Several residents of Al-Hamdaniya (Baghdede in Assyrian), an Iraqi Christian town, dressed up as Santa Claus to stage an uplifting Christmas parade for local children on Sunday, roughly seven years after the community was invaded by the Islamic State of Iraq and Syria (ISIS), Agence France-Presse (AFP) reported Monday.
About one dozen local men donned Santa Claus costumes, including his iconic white beard, and gathered in the center of Al-Hamdaniya to distribute colorfully wrapped sweet pastries to children on the evening of December 20. The Santas were assisted by a man dressed in Biblical-era garb who led a donkey as it pulled a wooden cart carrying the treats. Another resident dressed as Disney's Mickey Mouse and accompanied the Christmas parade.
"Praise be to God, we saw Santa this year and children rejoiced," Al-Hamdaniya resident Christian Boutros told AFP on December 20.
"We could not see Santa before because of the difficult coronavirus situation, and in the previous years there was Daesh [ISIS]," he recalled.
"We are distributing gifts, or let's say sweets to children," Rani Bassem, one of the Al-Hamdaniya residents who dressed up as Santa Claus, told AFP on Sunday.
"I'm doing this to make the children and their families happy, to put smiles on children's faces," he said.
"Because Iraqi people have suffered a lot," he added, referring to the country's invasion by ISIS starting in about June 2014.
Related: Timeline of ISIS in Iraq
Related: Attacks on Assyrians in Syria By ISIS and Other Muslim Groups
Al-Hamdaniya is located just eight miles south of Qaraqosh, which is known as Iraq's Christian capital. ISIS terrorists overran Qaraqosh, also known as Bakhdida, in June 2014.
"Eyewitnesses in Qaraqosh said IS militants were taking down crosses in churches and burning religious manuscripts," the BBC reported in August 2014.
Qaraqosh is located 19 miles southeast of Mosul, which was captured by ISIS in June 2014.
"Last month [July 2014], hundreds of Christian families fled Mosul after the Islamist rebels gave them an ultimatum to convert to Islam, pay a special tax or be executed," the BBC reported.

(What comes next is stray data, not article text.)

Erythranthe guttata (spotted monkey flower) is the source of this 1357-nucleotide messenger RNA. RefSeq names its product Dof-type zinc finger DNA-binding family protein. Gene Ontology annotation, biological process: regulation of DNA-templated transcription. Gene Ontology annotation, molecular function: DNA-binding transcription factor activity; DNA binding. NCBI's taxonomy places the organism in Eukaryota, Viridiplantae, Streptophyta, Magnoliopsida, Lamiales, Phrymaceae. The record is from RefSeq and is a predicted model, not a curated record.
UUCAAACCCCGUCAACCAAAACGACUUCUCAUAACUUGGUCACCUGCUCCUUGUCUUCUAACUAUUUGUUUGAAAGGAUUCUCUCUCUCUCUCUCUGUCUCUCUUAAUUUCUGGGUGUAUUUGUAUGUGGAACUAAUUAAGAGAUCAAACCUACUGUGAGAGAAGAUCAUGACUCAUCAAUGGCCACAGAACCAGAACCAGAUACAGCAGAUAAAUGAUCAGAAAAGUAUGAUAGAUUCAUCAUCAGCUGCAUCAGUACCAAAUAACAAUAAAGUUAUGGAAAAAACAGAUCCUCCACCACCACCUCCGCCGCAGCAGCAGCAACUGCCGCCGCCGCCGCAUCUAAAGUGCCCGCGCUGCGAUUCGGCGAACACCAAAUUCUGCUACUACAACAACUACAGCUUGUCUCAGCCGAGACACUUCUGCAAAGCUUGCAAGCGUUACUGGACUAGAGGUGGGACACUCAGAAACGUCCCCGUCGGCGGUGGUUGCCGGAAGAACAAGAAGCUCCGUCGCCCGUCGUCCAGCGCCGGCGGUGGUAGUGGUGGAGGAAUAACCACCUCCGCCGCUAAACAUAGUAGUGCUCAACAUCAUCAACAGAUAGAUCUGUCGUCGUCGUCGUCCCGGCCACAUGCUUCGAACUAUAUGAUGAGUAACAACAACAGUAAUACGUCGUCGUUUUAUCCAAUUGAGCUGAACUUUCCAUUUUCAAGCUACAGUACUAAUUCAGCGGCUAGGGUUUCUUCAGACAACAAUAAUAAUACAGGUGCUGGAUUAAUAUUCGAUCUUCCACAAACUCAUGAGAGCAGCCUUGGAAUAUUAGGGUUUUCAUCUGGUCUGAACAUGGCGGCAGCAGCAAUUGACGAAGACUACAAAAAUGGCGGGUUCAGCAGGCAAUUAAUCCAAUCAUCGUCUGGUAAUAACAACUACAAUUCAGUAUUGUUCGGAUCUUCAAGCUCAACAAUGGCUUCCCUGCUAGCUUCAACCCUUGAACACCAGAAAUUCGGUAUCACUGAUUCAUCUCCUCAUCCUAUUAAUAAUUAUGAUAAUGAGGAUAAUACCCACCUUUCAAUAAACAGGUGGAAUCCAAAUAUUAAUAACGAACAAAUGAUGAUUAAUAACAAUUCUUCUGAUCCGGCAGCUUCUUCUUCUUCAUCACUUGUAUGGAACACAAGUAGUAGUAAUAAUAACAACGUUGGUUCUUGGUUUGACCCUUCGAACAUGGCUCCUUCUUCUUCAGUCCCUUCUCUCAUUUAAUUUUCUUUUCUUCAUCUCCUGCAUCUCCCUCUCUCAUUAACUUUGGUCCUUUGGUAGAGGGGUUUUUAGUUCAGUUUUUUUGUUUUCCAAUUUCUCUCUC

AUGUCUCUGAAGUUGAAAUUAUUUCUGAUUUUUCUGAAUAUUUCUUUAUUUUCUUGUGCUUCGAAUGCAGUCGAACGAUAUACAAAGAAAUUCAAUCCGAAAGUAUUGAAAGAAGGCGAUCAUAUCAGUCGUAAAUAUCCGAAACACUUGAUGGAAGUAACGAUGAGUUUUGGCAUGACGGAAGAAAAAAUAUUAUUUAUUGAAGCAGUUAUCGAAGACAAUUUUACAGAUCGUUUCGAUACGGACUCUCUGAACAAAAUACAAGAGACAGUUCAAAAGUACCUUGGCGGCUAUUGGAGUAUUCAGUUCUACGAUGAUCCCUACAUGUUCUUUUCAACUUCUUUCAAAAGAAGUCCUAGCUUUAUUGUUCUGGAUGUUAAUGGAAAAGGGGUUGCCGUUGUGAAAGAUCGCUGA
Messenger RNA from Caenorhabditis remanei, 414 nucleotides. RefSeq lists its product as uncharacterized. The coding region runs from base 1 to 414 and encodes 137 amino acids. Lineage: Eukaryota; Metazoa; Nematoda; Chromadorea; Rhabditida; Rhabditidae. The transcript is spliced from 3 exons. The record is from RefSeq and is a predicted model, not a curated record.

Iraq is home to an ancient Christian population that largely resides in the country's Nineveh Plains region, which is where both Al-Hamdaniya and Qaraqosh are situated. Christians constitute a minority in Iraq, which is officially an Islamic country. About 97 percent of Iraq's population identifies as Muslim.
"Christian leaders estimate there are fewer than 250,000 Christians remaining in the country [Iraq], with the largest population -- at least 200,000 -- living in the Ninewa Plain and the IKR [Iraqi Kurdistan Region] in the north of the country," the U.S. State Department wrote in 2019 as part of an International Religious Freedom report for Iraq.
Iraq's Christian population has significantly declined from a pre-2002 population estimate of 800,000 to 1.4 million.
About 67 percent of Iraqi Christians identify as Chaldean Catholics, which is "an eastern rite of the Roman Catholic Church," according to the U.S. State Department report.
"[N]early 20 percent are members of the Assyrian Church of the East. The remainder are Syriac Orthodox, Syriac Catholic, Armenian Catholic, Armenian Apostolic, and Anglican and other Protestants," the U.S. government agency observed.
"There are approximately 2,000 registered members of evangelical Christian churches in the IKR, while an unknown number, mostly converts from Islam, practice the religion secretly," the report revealed.